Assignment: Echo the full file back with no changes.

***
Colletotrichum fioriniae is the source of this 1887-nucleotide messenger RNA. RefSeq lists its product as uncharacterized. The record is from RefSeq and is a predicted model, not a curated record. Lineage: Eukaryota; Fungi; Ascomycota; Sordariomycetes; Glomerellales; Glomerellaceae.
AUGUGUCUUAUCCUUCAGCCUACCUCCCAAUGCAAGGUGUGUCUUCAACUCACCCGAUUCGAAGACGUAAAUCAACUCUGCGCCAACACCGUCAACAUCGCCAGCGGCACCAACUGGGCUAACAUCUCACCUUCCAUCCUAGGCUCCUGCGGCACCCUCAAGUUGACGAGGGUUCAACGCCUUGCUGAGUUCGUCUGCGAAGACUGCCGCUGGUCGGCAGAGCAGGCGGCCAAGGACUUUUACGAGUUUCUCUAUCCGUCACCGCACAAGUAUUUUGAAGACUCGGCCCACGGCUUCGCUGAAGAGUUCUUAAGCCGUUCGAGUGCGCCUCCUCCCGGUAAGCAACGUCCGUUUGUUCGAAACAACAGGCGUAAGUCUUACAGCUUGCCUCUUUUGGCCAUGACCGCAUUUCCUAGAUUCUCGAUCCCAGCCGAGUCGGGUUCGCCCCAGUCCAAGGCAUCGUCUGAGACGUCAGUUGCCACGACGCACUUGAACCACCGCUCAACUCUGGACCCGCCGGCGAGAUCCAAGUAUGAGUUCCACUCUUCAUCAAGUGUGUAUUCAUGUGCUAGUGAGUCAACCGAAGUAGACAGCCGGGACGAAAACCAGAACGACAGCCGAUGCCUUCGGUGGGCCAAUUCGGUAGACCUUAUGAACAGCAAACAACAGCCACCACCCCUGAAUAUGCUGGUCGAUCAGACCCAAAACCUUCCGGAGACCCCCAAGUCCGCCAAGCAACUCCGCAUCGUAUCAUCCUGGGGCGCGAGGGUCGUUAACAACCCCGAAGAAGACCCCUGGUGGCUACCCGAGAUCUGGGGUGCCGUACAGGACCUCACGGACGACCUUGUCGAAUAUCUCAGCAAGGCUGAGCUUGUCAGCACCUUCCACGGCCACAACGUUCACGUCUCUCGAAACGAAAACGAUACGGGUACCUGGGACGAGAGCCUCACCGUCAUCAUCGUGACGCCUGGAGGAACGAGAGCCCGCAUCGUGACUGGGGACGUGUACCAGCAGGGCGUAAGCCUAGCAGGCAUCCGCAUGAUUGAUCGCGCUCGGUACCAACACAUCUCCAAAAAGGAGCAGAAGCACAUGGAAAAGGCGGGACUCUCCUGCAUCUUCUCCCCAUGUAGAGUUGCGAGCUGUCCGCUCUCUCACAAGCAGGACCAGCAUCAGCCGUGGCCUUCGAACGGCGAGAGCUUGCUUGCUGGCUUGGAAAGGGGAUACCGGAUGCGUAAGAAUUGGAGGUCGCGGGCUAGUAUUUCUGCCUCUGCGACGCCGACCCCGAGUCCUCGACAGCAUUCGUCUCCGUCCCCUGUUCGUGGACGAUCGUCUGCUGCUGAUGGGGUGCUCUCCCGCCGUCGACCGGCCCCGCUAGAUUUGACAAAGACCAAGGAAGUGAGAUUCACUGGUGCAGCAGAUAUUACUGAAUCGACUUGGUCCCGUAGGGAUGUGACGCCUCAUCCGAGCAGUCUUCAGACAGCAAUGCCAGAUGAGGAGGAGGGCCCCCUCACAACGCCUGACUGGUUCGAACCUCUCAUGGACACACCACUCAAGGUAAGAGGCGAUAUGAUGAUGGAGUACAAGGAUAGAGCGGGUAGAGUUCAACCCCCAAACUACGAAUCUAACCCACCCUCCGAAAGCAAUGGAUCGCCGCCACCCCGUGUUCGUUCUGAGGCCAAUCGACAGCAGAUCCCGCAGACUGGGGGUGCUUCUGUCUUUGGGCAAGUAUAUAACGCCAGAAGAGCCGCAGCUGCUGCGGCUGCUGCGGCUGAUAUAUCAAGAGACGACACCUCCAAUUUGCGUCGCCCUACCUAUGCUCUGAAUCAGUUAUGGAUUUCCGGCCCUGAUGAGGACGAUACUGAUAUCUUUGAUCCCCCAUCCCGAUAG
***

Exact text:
Colletotrichum fioriniae is the source of this 1887-nucleotide messenger RNA. RefSeq lists its product as uncharacterized. The record is from RefSeq and is a predicted model, not a curated record. Lineage: Eukaryota; Fungi; Ascomycota; Sordariomycetes; Glomerellales; Glomerellaceae.
AUGUGUCUUAUCCUUCAGCCUACCUCCCAAUGCAAGGUGUGUCUUCAACUCACCCGAUUCGAAGACGUAAAUCAACUCUGCGCCAACACCGUCAACAUCGCCAGCGGCACCAACUGGGCUAACAUCUCACCUUCCAUCCUAGGCUCCUGCGGCACCCUCAAGUUGACGAGGGUUCAACGCCUUGCUGAGUUCGUCUGCGAAGACUGCCGCUGGUCGGCAGAGCAGGCGGCCAAGGACUUUUACGAGUUUCUCUAUCCGUCACCGCACAAGUAUUUUGAAGACUCGGCCCACGGCUUCGCUGAAGAGUUCUUAAGCCGUUCGAGUGCGCCUCCUCCCGGUAAGCAACGUCCGUUUGUUCGAAACAACAGGCGUAAGUCUUACAGCUUGCCUCUUUUGGCCAUGACCGCAUUUCCUAGAUUCUCGAUCCCAGCCGAGUCGGGUUCGCCCCAGUCCAAGGCAUCGUCUGAGACGUCAGUUGCCACGACGCACUUGAACCACCGCUCAACUCUGGACCCGCCGGCGAGAUCCAAGUAUGAGUUCCACUCUUCAUCAAGUGUGUAUUCAUGUGCUAGUGAGUCAACCGAAGUAGACAGCCGGGACGAAAACCAGAACGACAGCCGAUGCCUUCGGUGGGCCAAUUCGGUAGACCUUAUGAACAGCAAACAACAGCCACCACCCCUGAAUAUGCUGGUCGAUCAGACCCAAAACCUUCCGGAGACCCCCAAGUCCGCCAAGCAACUCCGCAUCGUAUCAUCCUGGGGCGCGAGGGUCGUUAACAACCCCGAAGAAGACCCCUGGUGGCUACCCGAGAUCUGGGGUGCCGUACAGGACCUCACGGACGACCUUGUCGAAUAUCUCAGCAAGGCUGAGCUUGUCAGCACCUUCCACGGCCACAACGUUCACGUCUCUCGAAACGAAAACGAUACGGGUACCUGGGACGAGAGCCUCACCGUCAUCAUCGUGACGCCUGGAGGAACGAGAGCCCGCAUCGUGACUGGGGACGUGUACCAGCAGGGCGUAAGCCUAGCAGGCAUCCGCAUGAUUGAUCGCGCUCGGUACCAACACAUCUCCAAAAAGGAGCAGAAGCACAUGGAAAAGGCGGGACUCUCCUGCAUCUUCUCCCCAUGUAGAGUUGCGAGCUGUCCGCUCUCUCACAAGCAGGACCAGCAUCAGCCGUGGCCUUCGAACGGCGAGAGCUUGCUUGCUGGCUUGGAAAGGGGAUACCGGAUGCGUAAGAAUUGGAGGUCGCGGGCUAGUAUUUCUGCCUCUGCGACGCCGACCCCGAGUCCUCGACAGCAUUCGUCUCCGUCCCCUGUUCGUGGACGAUCGUCUGCUGCUGAUGGGGUGCUCUCCCGCCGUCGACCGGCCCCGCUAGAUUUGACAAAGACCAAGGAAGUGAGAUUCACUGGUGCAGCAGAUAUUACUGAAUCGACUUGGUCCCGUAGGGAUGUGACGCCUCAUCCGAGCAGUCUUCAGACAGCAAUGCCAGAUGAGGAGGAGGGCCCCCUCACAACGCCUGACUGGUUCGAACCUCUCAUGGACACACCACUCAAGGUAAGAGGCGAUAUGAUGAUGGAGUACAAGGAUAGAGCGGGUAGAGUUCAACCCCCAAACUACGAAUCUAACCCACCCUCCGAAAGCAAUGGAUCGCCGCCACCCCGUGUUCGUUCUGAGGCCAAUCGACAGCAGAUCCCGCAGACUGGGGGUGCUUCUGUCUUUGGGCAAGUAUAUAACGCCAGAAGAGCCGCAGCUGCUGCGGCUGCUGCGGCUGAUAUAUCAAGAGACGACACCUCCAAUUUGCGUCGCCCUACCUAUGCUCUGAAUCAGUUAUGGAUUUCCGGCCCUGAUGAGGACGAUACUGAUAUCUUUGAUCCCCCAUCCCGAUAG